If you want to feel superior and depressed at the same time, read this New York Times story on the budget plan House Republicans submitted last week. The good news is that it balances the federal budget by 2025. The bad news is that it does so by assuming $147 billion in additional revenue from the “macroeconomic effect” of the budget itself. It also repeals the Affordable Care Act and the taxes that support it, but still includes $1 trillion in revenue from those taxes. Finally, it counts $1 trillion in savings from unspecified cuts to social welfare programs. Don’t worry, though: there’s a $40 billion increase in defense spending next year, couched as “emergency war spending” so as not to violate the 2011 Budget Control Act. We’ll find the war later. As Rep. Rob Woodall (R–GA) of the House Budget Committee put it, “A budget is a moral document; it talks about where your values are.”
Last month, US District Court Judge Callie VS Granade declared Alabama’s ban on same-sex marriage unconstitutional. The state was supposed to start issuing licenses to gay couples—known regionally as “Ted and Earl”—this morning, but last night Alabama Supreme Court Chief Justice Roy S. Moore ordered probate judges not to do it. “Effective immediately,” he decreed, “no probate judge of the State of Alabama nor any agent or employee of any Alabama probate judge shall issue or recognize a marriage license that is inconsistent” with Alabama’s constitution—which includes a defense of marriage amendment that passed in 2006 with 80% of the vote. Now seems like a good time to point out that Judge Moore’s position is popularly elected.
Former Secretary of the Treasury and gifted face-maker Larry Summers has calculated how much more middle-class households would make if the United States enjoyed the same income distribution it had in 1979, and the results are startling. According to his calculations, households in the bottom 80% of incomes would be making another $11,000 a year, on average, if we had experienced the same economy of the last 35 years without the growth in inequality. Households in the top 1%, on the other hand, would get $750,000 less. If you’re having a hard time wrapping your head around those two numbers, NPR’s Planet Money podcast has produced a helpful graph. Scroll down to see the whole thing—like six screens down.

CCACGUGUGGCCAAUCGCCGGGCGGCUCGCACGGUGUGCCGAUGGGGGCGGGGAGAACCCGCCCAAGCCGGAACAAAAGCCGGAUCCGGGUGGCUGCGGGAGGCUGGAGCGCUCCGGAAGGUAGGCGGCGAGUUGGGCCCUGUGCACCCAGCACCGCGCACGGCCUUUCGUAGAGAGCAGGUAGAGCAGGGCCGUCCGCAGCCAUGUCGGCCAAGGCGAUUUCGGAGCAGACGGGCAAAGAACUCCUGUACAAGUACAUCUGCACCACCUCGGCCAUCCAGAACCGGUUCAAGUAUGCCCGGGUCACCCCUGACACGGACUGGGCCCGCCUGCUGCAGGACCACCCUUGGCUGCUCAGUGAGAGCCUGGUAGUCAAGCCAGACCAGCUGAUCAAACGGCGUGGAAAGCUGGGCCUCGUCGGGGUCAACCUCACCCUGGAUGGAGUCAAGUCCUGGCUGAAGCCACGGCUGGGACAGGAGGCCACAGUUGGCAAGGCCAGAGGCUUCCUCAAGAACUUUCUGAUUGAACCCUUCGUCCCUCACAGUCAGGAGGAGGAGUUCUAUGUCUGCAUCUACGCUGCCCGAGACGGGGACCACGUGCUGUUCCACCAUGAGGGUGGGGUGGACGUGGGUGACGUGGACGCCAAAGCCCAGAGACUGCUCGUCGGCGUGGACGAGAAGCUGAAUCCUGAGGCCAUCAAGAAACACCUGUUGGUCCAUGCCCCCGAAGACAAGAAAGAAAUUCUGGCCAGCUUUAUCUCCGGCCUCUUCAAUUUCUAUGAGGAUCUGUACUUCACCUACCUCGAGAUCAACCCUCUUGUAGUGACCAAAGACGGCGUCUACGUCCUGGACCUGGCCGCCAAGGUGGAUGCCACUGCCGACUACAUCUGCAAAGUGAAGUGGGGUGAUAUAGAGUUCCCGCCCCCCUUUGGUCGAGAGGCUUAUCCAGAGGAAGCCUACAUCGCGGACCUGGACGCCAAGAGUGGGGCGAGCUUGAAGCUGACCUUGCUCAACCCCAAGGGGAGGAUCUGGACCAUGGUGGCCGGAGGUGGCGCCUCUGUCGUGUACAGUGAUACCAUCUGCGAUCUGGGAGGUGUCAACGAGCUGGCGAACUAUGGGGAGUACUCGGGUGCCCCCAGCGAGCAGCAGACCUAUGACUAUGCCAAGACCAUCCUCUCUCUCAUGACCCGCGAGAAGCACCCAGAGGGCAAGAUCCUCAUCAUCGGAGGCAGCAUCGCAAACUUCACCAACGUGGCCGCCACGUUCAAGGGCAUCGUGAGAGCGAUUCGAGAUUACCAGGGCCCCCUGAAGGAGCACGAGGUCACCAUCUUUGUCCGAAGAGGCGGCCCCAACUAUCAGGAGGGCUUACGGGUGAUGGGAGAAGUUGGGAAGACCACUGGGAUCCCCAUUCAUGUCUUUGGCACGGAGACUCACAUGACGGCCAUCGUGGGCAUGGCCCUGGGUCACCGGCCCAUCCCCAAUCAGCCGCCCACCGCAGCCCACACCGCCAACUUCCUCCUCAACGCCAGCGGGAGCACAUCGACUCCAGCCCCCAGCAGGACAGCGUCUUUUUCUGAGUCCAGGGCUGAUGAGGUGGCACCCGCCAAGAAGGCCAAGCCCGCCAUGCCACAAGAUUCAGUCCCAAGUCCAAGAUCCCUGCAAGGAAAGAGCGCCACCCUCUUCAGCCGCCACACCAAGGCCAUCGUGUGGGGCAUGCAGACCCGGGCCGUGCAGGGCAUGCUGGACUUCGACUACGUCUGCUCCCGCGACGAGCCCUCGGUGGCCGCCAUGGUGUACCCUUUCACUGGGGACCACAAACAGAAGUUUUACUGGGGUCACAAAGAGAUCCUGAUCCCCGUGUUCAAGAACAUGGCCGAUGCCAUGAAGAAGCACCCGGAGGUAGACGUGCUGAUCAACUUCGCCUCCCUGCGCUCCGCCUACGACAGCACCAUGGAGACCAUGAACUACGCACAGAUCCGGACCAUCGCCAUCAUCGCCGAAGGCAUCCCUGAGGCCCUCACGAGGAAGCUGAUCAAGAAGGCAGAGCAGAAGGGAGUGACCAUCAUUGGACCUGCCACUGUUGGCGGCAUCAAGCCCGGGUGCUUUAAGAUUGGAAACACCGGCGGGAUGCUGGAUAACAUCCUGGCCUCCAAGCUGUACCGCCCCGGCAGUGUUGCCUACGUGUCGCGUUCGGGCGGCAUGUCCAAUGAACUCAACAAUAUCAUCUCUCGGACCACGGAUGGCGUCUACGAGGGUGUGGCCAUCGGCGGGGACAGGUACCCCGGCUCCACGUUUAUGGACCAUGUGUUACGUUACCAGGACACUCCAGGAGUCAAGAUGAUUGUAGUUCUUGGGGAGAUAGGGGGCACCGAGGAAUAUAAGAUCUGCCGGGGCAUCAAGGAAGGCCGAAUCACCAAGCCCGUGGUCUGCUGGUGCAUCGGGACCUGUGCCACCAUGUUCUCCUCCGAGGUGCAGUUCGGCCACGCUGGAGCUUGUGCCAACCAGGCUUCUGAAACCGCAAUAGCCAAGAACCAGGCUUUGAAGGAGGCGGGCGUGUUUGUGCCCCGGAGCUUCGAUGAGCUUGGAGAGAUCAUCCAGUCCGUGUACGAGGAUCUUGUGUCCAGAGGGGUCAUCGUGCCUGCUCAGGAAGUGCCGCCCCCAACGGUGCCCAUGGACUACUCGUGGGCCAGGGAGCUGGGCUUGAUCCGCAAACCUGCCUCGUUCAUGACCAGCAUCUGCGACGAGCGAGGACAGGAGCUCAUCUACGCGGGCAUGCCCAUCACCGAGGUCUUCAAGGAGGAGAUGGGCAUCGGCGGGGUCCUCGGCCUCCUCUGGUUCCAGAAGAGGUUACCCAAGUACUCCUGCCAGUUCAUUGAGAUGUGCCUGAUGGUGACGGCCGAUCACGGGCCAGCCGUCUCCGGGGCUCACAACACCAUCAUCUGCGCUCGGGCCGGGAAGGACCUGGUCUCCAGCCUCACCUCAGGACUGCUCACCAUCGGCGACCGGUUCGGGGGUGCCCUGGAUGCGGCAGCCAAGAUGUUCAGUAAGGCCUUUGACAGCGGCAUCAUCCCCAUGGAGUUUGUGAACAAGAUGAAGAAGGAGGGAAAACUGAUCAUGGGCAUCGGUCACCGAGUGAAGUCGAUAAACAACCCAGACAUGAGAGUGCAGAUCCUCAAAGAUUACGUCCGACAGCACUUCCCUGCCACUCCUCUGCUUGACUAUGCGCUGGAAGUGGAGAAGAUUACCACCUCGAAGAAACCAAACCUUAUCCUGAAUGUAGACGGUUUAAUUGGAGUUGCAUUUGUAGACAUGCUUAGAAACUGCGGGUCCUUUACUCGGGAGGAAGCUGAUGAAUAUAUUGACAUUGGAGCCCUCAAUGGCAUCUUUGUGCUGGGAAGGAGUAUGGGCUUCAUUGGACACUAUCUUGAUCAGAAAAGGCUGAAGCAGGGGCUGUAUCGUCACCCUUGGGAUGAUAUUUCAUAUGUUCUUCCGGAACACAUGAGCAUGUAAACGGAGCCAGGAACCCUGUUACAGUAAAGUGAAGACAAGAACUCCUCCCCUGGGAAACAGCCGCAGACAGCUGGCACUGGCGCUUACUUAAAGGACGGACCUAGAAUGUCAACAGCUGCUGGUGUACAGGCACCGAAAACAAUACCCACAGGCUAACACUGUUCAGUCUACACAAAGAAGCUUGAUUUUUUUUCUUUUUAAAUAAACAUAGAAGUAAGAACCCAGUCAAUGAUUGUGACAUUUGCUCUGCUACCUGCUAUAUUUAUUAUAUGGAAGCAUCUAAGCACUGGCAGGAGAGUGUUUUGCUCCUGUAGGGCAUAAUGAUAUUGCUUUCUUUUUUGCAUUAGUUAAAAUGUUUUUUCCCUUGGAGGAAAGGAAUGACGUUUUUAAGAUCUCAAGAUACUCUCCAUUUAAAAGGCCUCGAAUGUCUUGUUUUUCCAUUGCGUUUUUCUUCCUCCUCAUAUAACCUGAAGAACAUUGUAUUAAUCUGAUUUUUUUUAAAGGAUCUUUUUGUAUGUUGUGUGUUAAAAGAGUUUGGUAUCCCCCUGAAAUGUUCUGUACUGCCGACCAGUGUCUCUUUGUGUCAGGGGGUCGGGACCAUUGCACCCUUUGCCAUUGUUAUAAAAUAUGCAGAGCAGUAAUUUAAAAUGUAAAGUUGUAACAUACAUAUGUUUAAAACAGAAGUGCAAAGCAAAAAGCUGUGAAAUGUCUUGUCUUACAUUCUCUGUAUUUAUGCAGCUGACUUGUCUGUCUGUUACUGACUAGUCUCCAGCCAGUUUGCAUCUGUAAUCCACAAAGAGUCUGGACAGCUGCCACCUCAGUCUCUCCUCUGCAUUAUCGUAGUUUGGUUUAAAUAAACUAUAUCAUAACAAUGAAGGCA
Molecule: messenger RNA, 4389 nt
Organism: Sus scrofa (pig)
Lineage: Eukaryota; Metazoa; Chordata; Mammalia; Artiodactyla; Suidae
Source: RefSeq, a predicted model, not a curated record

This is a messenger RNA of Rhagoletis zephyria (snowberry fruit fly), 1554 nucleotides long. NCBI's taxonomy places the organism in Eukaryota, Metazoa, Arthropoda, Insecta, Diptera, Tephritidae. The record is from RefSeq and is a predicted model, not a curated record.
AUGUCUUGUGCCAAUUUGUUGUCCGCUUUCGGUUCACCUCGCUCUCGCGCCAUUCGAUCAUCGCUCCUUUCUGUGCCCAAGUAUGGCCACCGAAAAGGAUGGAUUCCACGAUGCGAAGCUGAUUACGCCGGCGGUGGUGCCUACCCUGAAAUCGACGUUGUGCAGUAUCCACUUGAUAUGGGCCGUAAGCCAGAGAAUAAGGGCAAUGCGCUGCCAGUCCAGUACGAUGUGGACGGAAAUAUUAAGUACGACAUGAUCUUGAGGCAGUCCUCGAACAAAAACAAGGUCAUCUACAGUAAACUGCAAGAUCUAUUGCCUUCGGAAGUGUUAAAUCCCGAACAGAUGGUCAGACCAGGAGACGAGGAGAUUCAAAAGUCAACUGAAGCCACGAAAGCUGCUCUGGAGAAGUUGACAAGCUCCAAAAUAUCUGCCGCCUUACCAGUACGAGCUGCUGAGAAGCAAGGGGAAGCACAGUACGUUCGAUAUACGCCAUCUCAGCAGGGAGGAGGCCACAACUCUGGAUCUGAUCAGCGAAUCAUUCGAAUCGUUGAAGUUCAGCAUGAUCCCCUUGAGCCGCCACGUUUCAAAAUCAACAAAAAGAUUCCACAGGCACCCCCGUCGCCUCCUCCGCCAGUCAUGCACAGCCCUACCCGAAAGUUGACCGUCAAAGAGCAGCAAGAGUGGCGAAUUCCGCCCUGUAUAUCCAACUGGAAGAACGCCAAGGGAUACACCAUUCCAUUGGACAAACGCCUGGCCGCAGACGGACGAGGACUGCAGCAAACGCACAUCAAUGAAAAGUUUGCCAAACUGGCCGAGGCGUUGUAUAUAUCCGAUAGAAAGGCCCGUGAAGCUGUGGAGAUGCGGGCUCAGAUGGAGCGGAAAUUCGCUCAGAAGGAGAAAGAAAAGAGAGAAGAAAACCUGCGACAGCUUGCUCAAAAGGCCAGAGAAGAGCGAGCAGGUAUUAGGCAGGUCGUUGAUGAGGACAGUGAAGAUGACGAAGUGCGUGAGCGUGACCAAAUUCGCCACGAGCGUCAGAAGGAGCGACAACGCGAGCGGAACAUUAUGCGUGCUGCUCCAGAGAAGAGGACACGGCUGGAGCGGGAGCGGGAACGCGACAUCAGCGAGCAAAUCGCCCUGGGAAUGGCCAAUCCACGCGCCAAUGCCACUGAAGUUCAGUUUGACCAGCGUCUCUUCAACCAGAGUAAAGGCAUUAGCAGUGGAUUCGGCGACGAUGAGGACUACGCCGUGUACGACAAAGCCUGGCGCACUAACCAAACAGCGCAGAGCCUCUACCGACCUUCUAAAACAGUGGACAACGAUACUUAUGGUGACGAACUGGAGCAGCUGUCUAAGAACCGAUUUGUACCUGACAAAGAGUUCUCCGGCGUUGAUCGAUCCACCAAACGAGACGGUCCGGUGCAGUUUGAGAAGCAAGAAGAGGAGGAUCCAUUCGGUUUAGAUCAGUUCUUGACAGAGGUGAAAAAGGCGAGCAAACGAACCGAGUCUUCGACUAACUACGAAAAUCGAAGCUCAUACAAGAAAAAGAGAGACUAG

At some point on Saturday, the snake that operates Sarah Palin fell in love with a licorice whip and ran away, leaving her host body to deliver a half-hour nonsense speech at the Iowa Freedom summit. Lest you think I am indulging a liberal trope, I want to make it clear that this was not the usual folksy assault on syntax. It was bona fide word salad. I quote from the 26-minute mark:
Things like that: it must change. Things must change for our government. Look at it. It isn’t too big to fail. It’s too big to succeed. It’s too big to succeed, so we can afford no retreads, or nothing will change. With the same people and same policies that got us into the status quo—another that word, status quo, and it stands for man, the middle-class everyday Americans are really getting taken for a ride. That’s status quo. And GOP leaders, by the way—you know, the man can only ride you when your back is bent.
That’s 23 seconds of a speech that lasted a half hour. I urge you to watch as much of the video as you can tolerate, if only for the reaction shots. That is as publicly surly as Iowans get.
Over at Time magazine—which may just be a website now—Michael Scherer notes how far we’ve come since 2004, when a young firebrand named Barack Obama declared that “there’s not a liberal and a conservative America; there’s a United States of America.” Props to The Cure for the link. Shortly after that speech, we re-elected George W. Bush, hated him, and gave control of Congress to the Democrats in 2006. Then we elected Obama, hated him, and gave the House to Republicans in 2010. Now we appear to be on the eve of repeating that process with the Senate.